I would definitely say that my experiences with music have been beneficial to my technological career. They would have been beneficial to any career – making music and meeting people through music has helped me become the person that I am today.

Living in Munich has supported my passion for music, as it is a big city with a number of musicians. I have moved cities quite a lot during my life already and, so far, my experience has always been that once you start meeting one or two musicians to collaborate with, things start moving and you get to meet other musicians through them. Munich hasn’t been different. Sometimes, it takes a while to meet the right people, but eventually, it happens.

Finally, my advice to anyone interested in learning the guitar or starting to write songs is to just do it. If you are passionate about it, you will automatically stick with it; if not, you learned something new about yourself. When starting to write songs, it’s quite natural to first more or less copy material that one likes. That’s not a bad thing, especially in pop and folk music. It takes a while to develop more of a distinct style and voice, but one should never be afraid to be influenced by others, share experiments and initial attempts. Especially with modern technology nowadays, it’s very easy to record one’s own songs and share and collaborate with people online.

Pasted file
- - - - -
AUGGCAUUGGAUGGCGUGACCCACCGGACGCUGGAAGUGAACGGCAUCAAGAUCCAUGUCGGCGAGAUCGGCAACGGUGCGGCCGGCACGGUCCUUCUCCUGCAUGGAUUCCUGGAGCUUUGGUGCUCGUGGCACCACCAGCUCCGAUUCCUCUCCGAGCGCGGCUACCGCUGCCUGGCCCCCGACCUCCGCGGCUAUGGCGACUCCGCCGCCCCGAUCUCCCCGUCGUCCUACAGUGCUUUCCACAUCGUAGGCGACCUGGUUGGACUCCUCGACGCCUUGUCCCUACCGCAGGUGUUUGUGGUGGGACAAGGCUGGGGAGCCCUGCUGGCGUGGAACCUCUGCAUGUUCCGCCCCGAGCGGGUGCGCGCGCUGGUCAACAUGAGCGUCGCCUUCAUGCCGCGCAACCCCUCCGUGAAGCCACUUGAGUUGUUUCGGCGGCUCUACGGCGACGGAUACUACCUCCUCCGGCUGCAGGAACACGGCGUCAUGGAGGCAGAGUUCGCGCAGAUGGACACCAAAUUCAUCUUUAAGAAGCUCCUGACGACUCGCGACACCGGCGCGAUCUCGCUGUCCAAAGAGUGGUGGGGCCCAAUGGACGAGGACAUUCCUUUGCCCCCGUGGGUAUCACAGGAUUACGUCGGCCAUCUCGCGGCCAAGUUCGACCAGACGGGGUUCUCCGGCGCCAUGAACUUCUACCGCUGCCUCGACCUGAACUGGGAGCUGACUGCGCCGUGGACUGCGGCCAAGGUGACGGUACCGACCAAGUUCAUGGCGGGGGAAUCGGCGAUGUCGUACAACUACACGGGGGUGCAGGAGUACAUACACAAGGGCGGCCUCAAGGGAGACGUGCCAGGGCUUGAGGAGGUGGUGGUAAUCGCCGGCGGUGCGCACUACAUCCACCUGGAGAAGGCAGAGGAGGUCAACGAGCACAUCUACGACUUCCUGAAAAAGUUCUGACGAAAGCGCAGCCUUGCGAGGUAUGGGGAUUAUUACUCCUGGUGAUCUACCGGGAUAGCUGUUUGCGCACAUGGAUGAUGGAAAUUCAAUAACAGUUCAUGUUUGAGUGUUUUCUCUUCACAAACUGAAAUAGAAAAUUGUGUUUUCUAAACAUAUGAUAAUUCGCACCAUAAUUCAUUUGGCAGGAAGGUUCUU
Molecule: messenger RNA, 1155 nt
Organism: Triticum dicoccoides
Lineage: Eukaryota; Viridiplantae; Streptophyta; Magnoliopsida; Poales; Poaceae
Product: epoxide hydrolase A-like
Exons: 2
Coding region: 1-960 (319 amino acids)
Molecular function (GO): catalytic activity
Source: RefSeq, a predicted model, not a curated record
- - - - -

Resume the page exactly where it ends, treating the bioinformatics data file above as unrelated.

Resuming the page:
To listen to some music from David’s bands, Le Fuzzball and Bring Your Bear, be sure to check the following Spotify and Bandcamp links:

Le Fuzzballhttps://open.spotify.com/artist/LeFuzzball and https://lefuzzball.bandcamp.com/releases

Bring Your Bearhttps://open.spotify.com/artist/BringYourBear and https://bringyourbear.bandcamp.com/releases